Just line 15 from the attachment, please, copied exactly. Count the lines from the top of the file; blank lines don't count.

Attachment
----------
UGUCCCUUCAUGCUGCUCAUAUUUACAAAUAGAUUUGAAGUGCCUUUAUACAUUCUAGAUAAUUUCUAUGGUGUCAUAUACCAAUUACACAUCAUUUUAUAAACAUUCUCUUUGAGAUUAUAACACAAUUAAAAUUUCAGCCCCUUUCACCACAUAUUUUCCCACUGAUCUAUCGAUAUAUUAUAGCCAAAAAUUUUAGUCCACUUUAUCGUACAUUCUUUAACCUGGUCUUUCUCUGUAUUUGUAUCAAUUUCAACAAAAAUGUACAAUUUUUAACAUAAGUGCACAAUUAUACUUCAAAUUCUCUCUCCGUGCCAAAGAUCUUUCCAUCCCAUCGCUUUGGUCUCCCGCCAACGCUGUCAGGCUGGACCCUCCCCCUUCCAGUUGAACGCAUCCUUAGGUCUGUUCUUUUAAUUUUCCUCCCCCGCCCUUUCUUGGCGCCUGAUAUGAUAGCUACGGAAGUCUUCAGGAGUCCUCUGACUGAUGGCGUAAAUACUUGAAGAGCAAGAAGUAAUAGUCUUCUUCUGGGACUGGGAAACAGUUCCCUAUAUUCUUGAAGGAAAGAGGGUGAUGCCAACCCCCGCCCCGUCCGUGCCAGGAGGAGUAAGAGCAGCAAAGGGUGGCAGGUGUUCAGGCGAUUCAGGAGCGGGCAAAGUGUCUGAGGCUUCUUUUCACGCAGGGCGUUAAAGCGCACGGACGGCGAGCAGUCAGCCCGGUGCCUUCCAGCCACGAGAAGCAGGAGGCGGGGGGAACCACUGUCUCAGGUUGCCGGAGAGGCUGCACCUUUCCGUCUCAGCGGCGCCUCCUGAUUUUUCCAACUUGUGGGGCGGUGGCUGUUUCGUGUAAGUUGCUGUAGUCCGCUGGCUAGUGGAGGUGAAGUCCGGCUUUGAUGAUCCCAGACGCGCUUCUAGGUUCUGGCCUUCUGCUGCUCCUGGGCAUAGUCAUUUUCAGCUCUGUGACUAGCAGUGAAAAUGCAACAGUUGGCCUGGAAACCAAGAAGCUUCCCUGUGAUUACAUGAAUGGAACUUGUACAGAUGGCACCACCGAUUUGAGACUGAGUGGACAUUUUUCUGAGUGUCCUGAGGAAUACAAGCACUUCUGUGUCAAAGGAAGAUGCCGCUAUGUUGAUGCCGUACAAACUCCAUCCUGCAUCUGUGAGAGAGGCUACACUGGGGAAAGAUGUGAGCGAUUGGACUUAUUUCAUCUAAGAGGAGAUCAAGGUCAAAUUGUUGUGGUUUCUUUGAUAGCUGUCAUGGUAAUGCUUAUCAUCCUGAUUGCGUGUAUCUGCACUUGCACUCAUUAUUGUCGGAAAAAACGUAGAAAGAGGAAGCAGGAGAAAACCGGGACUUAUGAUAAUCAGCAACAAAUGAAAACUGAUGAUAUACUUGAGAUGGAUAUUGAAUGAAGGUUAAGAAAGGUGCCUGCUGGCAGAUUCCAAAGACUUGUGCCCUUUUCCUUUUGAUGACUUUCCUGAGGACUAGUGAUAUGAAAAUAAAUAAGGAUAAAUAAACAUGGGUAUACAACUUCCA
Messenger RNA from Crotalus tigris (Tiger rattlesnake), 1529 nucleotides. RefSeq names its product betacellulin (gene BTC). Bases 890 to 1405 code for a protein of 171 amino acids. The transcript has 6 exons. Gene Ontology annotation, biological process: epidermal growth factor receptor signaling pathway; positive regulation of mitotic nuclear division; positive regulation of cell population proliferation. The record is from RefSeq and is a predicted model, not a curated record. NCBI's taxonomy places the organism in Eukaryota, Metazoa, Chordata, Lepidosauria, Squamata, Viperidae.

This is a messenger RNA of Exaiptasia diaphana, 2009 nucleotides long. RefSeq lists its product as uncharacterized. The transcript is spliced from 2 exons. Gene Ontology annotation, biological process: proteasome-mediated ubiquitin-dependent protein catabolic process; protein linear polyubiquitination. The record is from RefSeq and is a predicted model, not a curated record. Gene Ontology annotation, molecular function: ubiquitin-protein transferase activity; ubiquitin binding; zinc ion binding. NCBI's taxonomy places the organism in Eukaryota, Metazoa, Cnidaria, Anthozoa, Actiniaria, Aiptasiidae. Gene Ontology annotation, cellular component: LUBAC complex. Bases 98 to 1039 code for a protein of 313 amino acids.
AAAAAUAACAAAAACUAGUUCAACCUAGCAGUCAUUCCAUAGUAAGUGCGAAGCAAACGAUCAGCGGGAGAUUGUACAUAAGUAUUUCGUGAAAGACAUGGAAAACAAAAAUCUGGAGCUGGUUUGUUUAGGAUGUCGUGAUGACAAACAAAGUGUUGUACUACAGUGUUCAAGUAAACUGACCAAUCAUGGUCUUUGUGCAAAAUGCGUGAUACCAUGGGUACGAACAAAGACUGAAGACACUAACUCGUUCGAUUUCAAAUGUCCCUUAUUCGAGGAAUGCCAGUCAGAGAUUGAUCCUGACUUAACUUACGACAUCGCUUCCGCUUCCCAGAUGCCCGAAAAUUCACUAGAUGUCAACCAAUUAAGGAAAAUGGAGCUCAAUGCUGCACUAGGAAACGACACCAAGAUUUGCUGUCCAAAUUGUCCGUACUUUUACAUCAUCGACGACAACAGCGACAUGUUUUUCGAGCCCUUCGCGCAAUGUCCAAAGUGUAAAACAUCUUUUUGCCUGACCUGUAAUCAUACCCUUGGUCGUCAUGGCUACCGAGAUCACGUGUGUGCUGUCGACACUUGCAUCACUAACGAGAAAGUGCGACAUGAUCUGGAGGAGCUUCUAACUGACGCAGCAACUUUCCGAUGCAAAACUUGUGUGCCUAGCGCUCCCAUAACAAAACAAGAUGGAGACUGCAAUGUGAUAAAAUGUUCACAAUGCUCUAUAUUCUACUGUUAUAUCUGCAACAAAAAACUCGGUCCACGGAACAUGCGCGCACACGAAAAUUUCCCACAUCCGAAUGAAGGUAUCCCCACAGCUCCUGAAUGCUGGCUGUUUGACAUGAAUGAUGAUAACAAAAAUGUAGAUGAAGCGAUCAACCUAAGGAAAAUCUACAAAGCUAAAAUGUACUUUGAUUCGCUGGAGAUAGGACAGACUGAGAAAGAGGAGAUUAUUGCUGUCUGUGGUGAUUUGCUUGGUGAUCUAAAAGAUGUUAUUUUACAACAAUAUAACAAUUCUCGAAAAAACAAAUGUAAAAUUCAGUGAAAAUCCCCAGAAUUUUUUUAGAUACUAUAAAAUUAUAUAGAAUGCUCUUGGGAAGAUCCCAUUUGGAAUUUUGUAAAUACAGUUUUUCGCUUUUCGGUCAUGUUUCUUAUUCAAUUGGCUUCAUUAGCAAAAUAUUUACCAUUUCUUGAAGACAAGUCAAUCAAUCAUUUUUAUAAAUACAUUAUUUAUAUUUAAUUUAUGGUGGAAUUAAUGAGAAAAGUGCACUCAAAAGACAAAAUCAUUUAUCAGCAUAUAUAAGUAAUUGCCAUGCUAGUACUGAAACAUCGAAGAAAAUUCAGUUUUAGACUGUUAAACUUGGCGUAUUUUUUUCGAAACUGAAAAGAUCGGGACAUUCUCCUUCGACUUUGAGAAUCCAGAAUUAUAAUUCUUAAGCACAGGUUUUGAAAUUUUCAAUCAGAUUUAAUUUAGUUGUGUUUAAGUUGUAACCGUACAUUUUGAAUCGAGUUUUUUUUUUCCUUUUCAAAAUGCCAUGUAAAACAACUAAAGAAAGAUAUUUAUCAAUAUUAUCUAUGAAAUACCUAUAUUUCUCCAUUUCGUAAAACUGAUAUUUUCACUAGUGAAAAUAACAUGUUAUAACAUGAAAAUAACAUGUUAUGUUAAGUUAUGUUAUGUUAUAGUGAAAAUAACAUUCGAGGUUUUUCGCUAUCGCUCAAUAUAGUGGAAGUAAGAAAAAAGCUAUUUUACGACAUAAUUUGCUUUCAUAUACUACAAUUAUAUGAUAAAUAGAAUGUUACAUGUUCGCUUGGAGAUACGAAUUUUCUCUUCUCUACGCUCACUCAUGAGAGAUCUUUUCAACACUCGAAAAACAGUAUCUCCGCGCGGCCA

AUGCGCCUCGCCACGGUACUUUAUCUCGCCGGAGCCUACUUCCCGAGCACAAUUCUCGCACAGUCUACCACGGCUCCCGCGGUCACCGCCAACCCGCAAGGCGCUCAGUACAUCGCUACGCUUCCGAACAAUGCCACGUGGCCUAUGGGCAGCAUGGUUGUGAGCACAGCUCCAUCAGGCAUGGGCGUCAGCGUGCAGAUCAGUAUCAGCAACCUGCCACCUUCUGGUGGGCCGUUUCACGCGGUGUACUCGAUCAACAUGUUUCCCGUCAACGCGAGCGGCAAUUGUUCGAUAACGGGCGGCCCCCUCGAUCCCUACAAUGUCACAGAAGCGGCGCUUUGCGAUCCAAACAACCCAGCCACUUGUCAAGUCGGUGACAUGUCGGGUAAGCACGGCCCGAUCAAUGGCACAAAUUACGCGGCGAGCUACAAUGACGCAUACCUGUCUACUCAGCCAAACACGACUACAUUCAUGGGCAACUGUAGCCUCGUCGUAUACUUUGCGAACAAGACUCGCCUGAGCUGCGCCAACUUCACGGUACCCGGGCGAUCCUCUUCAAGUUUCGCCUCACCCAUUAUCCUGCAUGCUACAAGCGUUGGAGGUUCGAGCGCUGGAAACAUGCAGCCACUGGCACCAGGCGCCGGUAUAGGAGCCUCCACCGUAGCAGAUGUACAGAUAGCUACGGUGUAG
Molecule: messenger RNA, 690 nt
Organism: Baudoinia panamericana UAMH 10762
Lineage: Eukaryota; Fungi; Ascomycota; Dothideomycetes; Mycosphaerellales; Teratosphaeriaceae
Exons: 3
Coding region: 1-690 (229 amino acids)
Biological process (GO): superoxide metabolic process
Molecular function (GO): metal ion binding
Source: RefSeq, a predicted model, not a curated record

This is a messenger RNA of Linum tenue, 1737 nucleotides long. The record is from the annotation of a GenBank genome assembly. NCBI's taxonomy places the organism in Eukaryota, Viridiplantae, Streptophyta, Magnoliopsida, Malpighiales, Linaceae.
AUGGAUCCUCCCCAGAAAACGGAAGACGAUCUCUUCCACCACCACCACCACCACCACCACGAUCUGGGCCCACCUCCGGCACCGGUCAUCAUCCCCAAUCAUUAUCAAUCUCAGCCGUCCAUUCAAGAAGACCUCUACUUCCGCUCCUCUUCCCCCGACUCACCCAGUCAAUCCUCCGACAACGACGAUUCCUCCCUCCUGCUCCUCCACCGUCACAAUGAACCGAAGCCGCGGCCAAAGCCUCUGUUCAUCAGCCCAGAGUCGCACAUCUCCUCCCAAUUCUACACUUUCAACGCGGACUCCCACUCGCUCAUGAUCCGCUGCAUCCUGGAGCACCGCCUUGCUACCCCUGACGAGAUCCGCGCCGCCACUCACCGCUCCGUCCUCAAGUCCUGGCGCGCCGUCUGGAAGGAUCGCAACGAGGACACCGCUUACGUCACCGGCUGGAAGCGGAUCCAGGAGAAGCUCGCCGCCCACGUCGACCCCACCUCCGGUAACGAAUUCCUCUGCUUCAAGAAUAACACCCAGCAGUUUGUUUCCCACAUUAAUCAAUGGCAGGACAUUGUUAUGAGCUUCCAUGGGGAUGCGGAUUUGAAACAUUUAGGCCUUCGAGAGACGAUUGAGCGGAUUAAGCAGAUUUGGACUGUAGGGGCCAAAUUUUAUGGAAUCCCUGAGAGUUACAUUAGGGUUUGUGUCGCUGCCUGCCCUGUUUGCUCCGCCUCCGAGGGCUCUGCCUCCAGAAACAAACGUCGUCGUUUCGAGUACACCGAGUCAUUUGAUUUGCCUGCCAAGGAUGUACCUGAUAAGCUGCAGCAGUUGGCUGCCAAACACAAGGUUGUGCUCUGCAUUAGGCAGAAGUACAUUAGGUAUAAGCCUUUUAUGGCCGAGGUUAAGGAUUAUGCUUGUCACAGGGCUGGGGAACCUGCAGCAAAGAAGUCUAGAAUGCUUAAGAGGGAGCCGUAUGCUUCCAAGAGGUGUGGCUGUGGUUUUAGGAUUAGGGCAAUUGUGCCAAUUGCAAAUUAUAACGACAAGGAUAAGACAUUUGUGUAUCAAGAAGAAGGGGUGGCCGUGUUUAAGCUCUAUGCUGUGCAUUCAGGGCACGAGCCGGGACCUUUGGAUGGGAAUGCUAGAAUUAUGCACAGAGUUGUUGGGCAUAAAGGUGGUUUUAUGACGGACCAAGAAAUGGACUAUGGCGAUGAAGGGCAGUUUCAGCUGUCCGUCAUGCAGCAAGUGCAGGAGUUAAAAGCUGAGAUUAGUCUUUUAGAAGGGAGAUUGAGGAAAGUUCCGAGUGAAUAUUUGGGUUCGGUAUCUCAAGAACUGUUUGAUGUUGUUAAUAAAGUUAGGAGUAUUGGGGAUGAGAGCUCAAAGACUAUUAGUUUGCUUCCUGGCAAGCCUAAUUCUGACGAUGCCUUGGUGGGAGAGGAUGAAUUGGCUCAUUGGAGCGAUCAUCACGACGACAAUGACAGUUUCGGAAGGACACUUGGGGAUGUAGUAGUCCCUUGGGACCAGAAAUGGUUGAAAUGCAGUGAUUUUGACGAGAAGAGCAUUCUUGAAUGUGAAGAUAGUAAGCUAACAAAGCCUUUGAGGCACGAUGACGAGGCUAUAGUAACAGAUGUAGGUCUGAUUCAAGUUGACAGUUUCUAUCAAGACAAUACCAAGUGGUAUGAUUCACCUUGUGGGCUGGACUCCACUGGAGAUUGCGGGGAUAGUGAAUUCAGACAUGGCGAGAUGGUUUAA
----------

AUGGAUCCUCCCCAGAAAACGGAAGACGAUCUCUUCCACCACCACCACCACCACCACCACGAUCUGGGCCCACCUCCGGCACCGGUCAUCAUCCCCAAUCAUUAUCAAUCUCAGCCGUCCAUUCAAGAAGACCUCUACUUCCGCUCCUCUUCCCCCGACUCACCCAGUCAAUCCUCCGACAACGACGAUUCCUCCCUCCUGCUCCUCCACCGUCACAAUGAACCGAAGCCGCGGCCAAAGCCUCUGUUCAUCAGCCCAGAGUCGCACAUCUCCUCCCAAUUCUACACUUUCAACGCGGACUCCCACUCGCUCAUGAUCCGCUGCAUCCUGGAGCACCGCCUUGCUACCCCUGACGAGAUCCGCGCCGCCACUCACCGCUCCGUCCUCAAGUCCUGGCGCGCCGUCUGGAAGGAUCGCAACGAGGACACCGCUUACGUCACCGGCUGGAAGCGGAUCCAGGAGAAGCUCGCCGCCCACGUCGACCCCACCUCCGGUAACGAAUUCCUCUGCUUCAAGAAUAACACCCAGCAGUUUGUUUCCCACAUUAAUCAAUGGCAGGACAUUGUUAUGAGCUUCCAUGGGGAUGCGGAUUUGAAACAUUUAGGCCUUCGAGAGACGAUUGAGCGGAUUAAGCAGAUUUGGACUGUAGGGGCCAAAUUUUAUGGAAUCCCUGAGAGUUACAUUAGGGUUUGUGUCGCUGCCUGCCCUGUUUGCUCCGCCUCCGAGGGCUCUGCCUCCAGAAACAAACGUCGUCGUUUCGAGUACACCGAGUCAUUUGAUUUGCCUGCCAAGGAUGUACCUGAUAAGCUGCAGCAGUUGGCUGCCAAACACAAGGUUGUGCUCUGCAUUAGGCAGAAGUACAUUAGGUAUAAGCCUUUUAUGGCCGAGGUUAAGGAUUAUGCUUGUCACAGGGCUGGGGAACCUGCAGCAAAGAAGUCUAGAAUGCUUAAGAGGGAGCCGUAUGCUUCCAAGAGGUGUGGCUGUGGUUUUAGGAUUAGGGCAAUUGUGCCAAUUGCAAAUUAUAACGACAAGGAUAAGACAUUUGUGUAUCAAGAAGAAGGGGUGGCCGUGUUUAAGCUCUAUGCUGUGCAUUCAGGGCACGAGCCGGGACCUUUGGAUGGGAAUGCUAGAAUUAUGCACAGAGUUGUUGGGCAUAAAGGUGGUUUUAUGACGGACCAAGAAAUGGACUAUGGCGAUGAAGGGCAGUUUCAGCUGUCCGUCAUGCAGCAAGUGCAGGAGUUAAAAGCUGAGAUUAGUCUUUUAGAAGGGAGAUUGAGGAAAGUUCCGAGUGAAUAUUUGGGUUCGGUAUCUCAAGAACUGUUUGAUGUUGUUAAUAAAGUUAGGAGUAUUGGGGAUGAGAGCUCAAAGACUAUUAGUUUGCUUCCUGGCAAGCCUAAUUCUGACGAUGCCUUGGUGGGAGAGGAUGAAUUGGCUCAUUGGAGCGAUCAUCACGACGACAAUGACAGUUUCGGAAGGACACUUGGGGAUGUAGUAGUCCCUUGGGACCAGAAAUGGUUGAAAUGCAGUGAUUUUGACGAGAAGAGCAUUCUUGAAUGUGAAGAUAGUAAGCUAACAAAGCCUUUGAGGCACGAUGACGAGGCUAUAGUAACAGAUGUAGGUCUGAUUCAAGUUGACAGUUUCUAUCAAGACAAUACCAAGUGGUAUGAUUCACCUUGUGGGCUGGACUCCACUGGAGAUUGCGGGGAUAGUGAAUUCAGACAUGGCGAGAUGGUUUAA